I LOVE DOGS. And, I look for any excuse to talk or write about them. To that end I found myself wondering whether there was anything that dogs could teach us about getting and staying organized. This is what I came up with.

  1. Self-discipline is necessary in order to take action to get and stay organized. Dog breeds have different levels of ability to be obedient (self-disciplined). So do people.
    • beagle-166873_640Huskies and Beagles are difficult to train and not very obedient. Poodles and Shetland Sheep Dogs, however, are much easier to train.
    • Brain wiring and personality result in some people being driven, Type A achievers who get things done, and some people being couch potatoes who procrastinate and have difficulty completing tasks.

2.  Focus is required to be able to sustain attention and effort to clear clutter, get organized, and stay organized. Dog breeds differ in their ability to focus. So do people.

The Border Collie stare.

The Border Collie stare.

    • The Border Collie is an intense, highly driven breed with a superb ability to focus on his owner. The Border Collie stare is visual evidence of that. It is far more difficult to get the attention of more relaxed, less driven breeds like Shih Tzus and Golden Retrievers.
    • Some people can sustain focus easily. People with ADHD and other brain-based disorders like anxiety and depression, however, can have great difficulty sustaining focus.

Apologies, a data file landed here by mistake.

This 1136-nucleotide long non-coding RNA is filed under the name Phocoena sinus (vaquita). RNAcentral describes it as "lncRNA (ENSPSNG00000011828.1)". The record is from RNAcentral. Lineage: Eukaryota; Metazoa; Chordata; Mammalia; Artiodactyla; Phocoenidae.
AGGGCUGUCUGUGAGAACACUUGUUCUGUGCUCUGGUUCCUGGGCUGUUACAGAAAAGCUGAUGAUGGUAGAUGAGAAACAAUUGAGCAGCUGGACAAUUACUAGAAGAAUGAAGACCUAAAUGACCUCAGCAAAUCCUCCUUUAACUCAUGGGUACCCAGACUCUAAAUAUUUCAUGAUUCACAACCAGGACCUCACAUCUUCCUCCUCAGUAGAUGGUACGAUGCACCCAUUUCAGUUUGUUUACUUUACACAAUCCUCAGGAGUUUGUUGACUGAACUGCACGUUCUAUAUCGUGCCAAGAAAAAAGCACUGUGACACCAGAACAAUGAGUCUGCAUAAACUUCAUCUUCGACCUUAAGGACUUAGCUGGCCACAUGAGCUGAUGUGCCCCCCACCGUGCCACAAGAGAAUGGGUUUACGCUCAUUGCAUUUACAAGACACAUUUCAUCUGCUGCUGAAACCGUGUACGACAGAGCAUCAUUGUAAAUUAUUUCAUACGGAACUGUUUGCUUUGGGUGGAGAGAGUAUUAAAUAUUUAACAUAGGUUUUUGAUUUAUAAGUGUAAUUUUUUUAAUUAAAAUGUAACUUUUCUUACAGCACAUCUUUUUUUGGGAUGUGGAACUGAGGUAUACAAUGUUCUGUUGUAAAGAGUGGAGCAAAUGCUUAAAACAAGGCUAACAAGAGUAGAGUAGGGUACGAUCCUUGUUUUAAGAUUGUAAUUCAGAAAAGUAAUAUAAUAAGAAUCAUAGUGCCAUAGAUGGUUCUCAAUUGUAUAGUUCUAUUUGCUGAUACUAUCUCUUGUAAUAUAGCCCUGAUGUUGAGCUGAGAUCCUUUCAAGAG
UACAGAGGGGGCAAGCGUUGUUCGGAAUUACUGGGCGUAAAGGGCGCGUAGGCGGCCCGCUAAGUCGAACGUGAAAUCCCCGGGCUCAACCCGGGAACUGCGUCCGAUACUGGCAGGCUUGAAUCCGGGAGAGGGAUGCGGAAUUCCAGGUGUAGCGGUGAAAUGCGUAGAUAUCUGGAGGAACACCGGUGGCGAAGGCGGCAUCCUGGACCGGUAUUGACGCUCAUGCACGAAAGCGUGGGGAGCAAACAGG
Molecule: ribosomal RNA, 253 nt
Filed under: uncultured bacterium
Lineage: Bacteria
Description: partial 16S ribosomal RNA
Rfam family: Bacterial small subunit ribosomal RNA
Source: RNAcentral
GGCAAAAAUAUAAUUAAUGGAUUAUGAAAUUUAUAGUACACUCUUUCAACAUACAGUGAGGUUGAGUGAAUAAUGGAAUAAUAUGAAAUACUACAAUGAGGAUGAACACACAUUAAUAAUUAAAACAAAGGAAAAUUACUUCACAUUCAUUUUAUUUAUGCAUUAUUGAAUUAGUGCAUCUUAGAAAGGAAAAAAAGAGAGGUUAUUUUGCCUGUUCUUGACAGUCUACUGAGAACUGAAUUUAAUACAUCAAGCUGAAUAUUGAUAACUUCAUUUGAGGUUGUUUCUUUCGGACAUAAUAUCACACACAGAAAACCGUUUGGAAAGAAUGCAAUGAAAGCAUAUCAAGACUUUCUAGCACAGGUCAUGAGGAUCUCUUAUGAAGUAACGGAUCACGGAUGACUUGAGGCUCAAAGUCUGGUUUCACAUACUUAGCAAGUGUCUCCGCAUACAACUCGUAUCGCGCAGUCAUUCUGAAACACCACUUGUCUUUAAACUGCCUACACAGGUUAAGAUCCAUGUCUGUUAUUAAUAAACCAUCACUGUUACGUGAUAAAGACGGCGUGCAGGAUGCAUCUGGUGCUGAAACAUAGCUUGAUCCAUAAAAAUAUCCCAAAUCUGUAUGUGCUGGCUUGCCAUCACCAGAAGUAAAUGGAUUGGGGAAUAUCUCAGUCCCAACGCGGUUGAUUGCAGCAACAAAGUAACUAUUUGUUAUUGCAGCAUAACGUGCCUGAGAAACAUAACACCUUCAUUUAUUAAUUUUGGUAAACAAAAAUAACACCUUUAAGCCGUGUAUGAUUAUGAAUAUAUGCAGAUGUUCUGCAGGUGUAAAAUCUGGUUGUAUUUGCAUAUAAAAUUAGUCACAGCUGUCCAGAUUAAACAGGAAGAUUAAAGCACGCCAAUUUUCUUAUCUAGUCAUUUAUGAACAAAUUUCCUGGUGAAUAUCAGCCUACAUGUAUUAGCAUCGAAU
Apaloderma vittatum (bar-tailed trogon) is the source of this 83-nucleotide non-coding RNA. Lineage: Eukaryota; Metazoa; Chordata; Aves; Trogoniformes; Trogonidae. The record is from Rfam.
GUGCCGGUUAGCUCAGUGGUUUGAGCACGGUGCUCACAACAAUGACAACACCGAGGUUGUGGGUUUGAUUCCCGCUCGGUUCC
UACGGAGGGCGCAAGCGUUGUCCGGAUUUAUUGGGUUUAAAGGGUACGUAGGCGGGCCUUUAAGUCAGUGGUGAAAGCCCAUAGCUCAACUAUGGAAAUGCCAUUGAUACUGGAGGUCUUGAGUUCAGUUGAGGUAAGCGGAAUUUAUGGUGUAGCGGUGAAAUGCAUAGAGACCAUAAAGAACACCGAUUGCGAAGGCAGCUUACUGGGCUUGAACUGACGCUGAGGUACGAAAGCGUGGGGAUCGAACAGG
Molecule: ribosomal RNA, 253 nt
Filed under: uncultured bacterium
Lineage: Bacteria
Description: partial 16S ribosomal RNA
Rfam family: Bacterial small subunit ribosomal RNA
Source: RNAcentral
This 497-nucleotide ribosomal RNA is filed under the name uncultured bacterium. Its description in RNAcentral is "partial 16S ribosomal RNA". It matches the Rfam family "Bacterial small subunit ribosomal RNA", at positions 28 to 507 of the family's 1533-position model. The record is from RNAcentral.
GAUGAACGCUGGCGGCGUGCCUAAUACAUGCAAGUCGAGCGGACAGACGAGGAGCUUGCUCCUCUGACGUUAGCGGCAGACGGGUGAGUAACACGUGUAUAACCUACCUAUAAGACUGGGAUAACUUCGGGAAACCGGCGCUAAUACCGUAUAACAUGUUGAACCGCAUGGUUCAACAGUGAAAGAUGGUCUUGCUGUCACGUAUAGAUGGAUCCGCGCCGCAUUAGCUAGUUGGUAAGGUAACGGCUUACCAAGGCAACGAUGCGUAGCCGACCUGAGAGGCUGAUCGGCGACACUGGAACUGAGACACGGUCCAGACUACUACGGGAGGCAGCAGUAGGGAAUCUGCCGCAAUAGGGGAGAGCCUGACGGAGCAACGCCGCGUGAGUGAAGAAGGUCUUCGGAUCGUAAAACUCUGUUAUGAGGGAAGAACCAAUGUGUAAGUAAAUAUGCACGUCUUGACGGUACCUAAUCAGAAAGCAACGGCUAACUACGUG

3.  Not all dogs are motivated by the same thing. Not all people are motivated by        the same thing.

    • labrador-1114810_640Some dogs are motivated by food (e.g. Beagles). Others by attention. Some by toys, balls, and play (e. g. Terriers, Labrador Retrievers).
    • Some people are motivated to get and stay organized because they have a high need for order. Others need to look good to outsiders. Still others are motivated because being organized makes life easier.

4.  Dogs have differing levels of energy. People also have differing energy levels.

    • dog-719630_640Terriers are high energy dogs, whereas Mastiffs and Greyhounds are not.
    • Some people are always moving, enjoy being productive, and can keep going for long periods of time. Others are more laid back, slow to get into action, move at a slower pace, and exhaust their energy more quickly.

Why compare dog behavior to people? It’s a fun way to make the point that in terms of our abilities to be self-disciplined, focused, motivated and have energy available to get and stay organized, we are all different.

Differences are normal, not something to hide or feel bad about. Once you identify your “normal” in terms of self-discipline, focus, motivation and energy level, you can better understand any challenges you have with getting and staying organized. And, you can better justify getting help to handle your organizing challenges with less guilt.

Just as dog breeds are different, so too are people. Accept who you are and your abilities, and make getting and staying organized happen!

Staying Organized: The Lesson of the Weeds

Lessons come in the most unusual of places! I remember the time when the lesson of the benefits of staying organized really hit home with me.